Black Market Of Sports Betting On Display In Georgia As State Mulls Legalization


Black Market Of Sports Betting On Display In Georgia As State Mulls Legalization

As Georgia considers the legalization of sports betting, the FBI has cracked down on illegal bookmaking.

Three men pleaded guilty recently after FBI agents busted an illegal gambling scheme in the Peach State. The operation involved illicit bookmaking and money laundering.

Two Georgia men and a man from South Carolina admitted their participation late last week. The trio faces prison time for activity federal officials say lasted longer than a decade. In addition, they will forfeit hundreds of thousands of dollars in restitution.

It’s the latest example of the black-market sportsbook lawmakers across the country hope to eradicate by legalizing the sports betting industry. That includes Georgia.

An illegal sportsbook, a tire shop and Costa Rica

Two Waynesboro residents — Grady Brandon Mobley, 44; and Daniel Cates, 50 — and 59-year-old South Carolinian Joel Rees sit at the center of the case.

Each pleaded guilty to federal charges of prohibition of an illegal gambling business. Mobley tacked on a guilty plea to fraud and false statements.

Information released by the Department of Justice indicated that Mobley ran an illegal sportsbook for at least a decade in Burke County. He began by collecting bets and paying winnings himself before transitioning to a Costa Rican website.

Then, in 2015, Mobley merged his book with a smaller “gambling ring” run by Jones, according to a public release.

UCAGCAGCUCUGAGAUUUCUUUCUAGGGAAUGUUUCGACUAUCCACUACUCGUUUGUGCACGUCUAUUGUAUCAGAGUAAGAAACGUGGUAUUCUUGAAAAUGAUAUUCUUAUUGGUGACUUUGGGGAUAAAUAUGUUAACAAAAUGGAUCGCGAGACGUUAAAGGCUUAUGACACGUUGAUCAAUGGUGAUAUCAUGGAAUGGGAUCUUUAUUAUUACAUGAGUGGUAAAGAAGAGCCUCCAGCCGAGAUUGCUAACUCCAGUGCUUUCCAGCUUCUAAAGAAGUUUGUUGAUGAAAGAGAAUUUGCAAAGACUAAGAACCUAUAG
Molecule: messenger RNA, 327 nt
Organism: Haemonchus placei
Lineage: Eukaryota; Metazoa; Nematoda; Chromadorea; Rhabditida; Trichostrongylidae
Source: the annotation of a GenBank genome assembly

The two began splitting profits. And from 2015 to 2017, Mobley cashed $220,000 in checks at Mobley Package Shop in Girard, where his parents ran a check-cashing business.

Mobley later worked with Cates to launder his winnings. Cates admitted to investigators that he ran around $250,000 in gambling funds through Cates Firestone, his Waynesboro tire shop. In return, Mobley provided money and favors.

At the same time, Mobley admitted, he filed false income tax returns to hide his money-making operation.

Arrests came after ‘greed ultimately caught up with them’

After the plea agreements, Mobley now faces 12 months and one day in federal prison. He has also forfeited $340,084 and agreed to pay $207,716 in restitution to state and federal tax departments.

Cates, meanwhile, will forfeit $100,000.

“These men participated in an illegal gambling operation for at least a decade in the Waynesboro area,” said Acting US Attorney David Estes, “eventually funneling business through a foreign-based website.”

“But even that offshore venture wouldn’t keep them out of the reach of diligent law enforcement professionals who turned the tables on this illicit operation.”

All three have been released on bond “pending sentencing and formal acceptance of the plea agreement at a later date,” according to federal officials.

“No matter how hard these defendants tried to hide their illegal operation, their greed ultimately caught up with them,” said Chris Hacker, special agent in charge of FBI Atlanta.

Where does Georgia sports betting legalization stand?

The situation highlights what has become a bizarre scenario. Arrests made in one state for what has become legal and even incentivized in other states.

While many Americans now have a bevy of legal, online sports betting options, Georgia residents are left with either the black market and bookies like Mobley or trips to a neighboring state.

That could change soon, if all goes to plan.

Progress was made recently by passing sports betting legislation in the Georgia Senate and later out of a House committee, despite conflict between lawmakers and NBA stars like Lebron James.

House committee members, however, have complicated that process by choosing to not include collegiate betting in their legislative version, something that would undoubtedly keep alive Georgia’s black market.

Not offering college betting would also likely have a severe impact on generated revenue, as seen in states like Oregon.

It all means there are plenty of kinks to work out before Georgia’s legislative session ends on March 31.